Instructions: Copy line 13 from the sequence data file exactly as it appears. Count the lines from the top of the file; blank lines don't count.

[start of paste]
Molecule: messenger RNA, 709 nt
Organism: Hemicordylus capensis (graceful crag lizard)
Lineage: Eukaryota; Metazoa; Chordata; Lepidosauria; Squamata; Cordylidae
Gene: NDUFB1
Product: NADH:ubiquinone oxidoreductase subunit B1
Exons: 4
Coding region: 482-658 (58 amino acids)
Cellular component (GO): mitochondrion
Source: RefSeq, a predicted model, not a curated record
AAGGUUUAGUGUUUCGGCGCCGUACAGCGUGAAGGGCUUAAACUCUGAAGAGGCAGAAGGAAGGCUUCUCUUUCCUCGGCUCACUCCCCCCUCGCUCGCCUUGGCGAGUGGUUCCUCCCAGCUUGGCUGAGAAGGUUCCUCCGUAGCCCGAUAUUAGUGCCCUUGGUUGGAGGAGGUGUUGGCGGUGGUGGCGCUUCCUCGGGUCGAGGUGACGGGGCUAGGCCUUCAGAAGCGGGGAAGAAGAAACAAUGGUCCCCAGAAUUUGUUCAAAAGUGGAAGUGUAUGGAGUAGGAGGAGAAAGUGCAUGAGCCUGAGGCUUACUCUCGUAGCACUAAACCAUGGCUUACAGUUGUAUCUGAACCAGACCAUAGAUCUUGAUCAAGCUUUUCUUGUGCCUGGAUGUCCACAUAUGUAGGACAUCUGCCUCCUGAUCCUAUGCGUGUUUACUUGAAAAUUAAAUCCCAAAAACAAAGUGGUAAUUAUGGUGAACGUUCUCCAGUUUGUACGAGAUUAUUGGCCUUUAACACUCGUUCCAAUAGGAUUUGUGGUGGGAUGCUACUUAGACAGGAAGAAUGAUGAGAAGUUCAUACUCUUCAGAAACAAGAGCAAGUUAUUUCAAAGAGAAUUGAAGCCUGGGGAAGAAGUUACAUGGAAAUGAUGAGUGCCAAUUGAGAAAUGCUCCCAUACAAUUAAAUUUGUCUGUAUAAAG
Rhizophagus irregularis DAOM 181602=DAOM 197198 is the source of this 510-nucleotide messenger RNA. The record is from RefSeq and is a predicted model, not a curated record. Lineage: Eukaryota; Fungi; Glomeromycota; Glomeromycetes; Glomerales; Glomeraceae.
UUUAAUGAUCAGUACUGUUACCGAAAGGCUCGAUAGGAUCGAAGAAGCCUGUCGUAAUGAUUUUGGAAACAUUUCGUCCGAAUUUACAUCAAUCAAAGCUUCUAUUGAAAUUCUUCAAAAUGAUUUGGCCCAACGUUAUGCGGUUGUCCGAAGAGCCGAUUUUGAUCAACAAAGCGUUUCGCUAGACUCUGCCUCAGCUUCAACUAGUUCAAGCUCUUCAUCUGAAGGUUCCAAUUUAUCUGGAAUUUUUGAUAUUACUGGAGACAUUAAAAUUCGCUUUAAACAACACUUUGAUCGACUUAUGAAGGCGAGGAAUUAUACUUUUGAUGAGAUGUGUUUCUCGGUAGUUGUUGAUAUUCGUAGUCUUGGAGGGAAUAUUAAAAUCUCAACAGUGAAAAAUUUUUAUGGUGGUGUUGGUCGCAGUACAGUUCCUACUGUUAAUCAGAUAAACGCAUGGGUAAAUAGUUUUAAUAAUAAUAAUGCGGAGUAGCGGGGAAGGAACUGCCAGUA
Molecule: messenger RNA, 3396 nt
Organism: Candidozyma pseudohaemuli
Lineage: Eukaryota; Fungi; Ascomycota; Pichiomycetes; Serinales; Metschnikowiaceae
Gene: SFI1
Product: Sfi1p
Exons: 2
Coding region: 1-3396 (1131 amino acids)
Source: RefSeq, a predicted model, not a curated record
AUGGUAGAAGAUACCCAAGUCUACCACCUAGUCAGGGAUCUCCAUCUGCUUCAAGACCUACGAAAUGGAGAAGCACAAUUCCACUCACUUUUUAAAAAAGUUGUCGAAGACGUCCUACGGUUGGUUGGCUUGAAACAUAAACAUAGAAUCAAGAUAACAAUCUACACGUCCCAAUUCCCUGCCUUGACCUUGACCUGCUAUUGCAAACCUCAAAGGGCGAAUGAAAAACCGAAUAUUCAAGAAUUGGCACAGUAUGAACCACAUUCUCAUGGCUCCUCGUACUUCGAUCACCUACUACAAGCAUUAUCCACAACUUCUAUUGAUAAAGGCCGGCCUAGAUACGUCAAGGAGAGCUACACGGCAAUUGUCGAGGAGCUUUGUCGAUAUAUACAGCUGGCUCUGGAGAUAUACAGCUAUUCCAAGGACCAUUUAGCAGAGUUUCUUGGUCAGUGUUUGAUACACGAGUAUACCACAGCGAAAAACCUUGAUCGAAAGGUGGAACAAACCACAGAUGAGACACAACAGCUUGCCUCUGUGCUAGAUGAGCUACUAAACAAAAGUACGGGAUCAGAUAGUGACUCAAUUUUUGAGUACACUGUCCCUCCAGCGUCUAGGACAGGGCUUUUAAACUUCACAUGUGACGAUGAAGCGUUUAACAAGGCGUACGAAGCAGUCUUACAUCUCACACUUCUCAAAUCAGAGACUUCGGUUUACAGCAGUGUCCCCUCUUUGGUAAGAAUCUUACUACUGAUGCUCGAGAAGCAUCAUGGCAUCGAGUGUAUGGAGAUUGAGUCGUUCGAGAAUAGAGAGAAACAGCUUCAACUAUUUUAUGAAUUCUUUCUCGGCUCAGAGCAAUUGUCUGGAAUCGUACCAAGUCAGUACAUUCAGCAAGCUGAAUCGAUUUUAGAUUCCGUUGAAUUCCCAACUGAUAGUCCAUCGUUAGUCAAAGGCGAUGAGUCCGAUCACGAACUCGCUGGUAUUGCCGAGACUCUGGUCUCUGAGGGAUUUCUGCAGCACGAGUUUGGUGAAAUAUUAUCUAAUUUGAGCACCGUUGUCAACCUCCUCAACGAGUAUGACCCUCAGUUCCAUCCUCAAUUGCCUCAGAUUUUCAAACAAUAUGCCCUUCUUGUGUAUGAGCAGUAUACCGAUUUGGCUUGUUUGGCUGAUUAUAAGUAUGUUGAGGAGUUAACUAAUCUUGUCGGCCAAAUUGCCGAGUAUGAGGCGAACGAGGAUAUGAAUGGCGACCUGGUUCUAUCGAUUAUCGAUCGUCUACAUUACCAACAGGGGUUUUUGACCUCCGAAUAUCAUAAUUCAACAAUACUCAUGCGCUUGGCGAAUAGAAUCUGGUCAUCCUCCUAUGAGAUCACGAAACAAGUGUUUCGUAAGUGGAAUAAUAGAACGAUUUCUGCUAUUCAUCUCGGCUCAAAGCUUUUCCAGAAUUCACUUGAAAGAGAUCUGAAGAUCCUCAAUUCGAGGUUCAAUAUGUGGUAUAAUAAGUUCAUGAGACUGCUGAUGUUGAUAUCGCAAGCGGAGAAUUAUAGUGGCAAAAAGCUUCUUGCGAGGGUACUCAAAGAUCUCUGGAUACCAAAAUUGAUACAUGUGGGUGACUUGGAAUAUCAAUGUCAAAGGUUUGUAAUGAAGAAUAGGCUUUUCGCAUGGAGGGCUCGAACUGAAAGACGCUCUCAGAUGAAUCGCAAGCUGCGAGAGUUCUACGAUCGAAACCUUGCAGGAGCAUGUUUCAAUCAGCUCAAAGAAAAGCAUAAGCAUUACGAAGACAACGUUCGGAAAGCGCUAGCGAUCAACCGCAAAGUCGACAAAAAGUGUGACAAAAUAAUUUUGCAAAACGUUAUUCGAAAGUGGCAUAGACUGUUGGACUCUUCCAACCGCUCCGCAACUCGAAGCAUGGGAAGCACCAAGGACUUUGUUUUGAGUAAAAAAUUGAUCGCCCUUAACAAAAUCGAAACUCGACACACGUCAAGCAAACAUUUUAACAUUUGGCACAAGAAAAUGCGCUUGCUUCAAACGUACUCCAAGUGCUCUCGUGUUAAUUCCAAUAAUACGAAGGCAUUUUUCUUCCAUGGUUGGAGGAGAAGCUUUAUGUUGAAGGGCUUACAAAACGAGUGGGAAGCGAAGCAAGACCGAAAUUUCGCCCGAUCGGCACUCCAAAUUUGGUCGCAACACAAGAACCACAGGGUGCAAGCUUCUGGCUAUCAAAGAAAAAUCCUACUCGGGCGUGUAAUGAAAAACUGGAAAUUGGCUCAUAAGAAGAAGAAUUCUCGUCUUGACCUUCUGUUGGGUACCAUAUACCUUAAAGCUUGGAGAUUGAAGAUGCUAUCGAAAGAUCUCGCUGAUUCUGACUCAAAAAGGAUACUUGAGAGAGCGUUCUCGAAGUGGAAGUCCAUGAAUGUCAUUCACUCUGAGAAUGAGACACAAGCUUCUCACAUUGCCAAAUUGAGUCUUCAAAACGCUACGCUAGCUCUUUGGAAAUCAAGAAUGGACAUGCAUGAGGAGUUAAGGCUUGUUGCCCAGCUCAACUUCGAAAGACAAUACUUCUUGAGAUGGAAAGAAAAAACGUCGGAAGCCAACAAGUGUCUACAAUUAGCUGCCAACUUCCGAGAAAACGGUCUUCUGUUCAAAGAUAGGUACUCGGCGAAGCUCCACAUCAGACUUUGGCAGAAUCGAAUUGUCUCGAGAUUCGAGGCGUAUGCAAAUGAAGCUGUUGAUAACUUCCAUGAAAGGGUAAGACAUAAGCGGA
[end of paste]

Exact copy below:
Molecule: messenger RNA, 3396 nt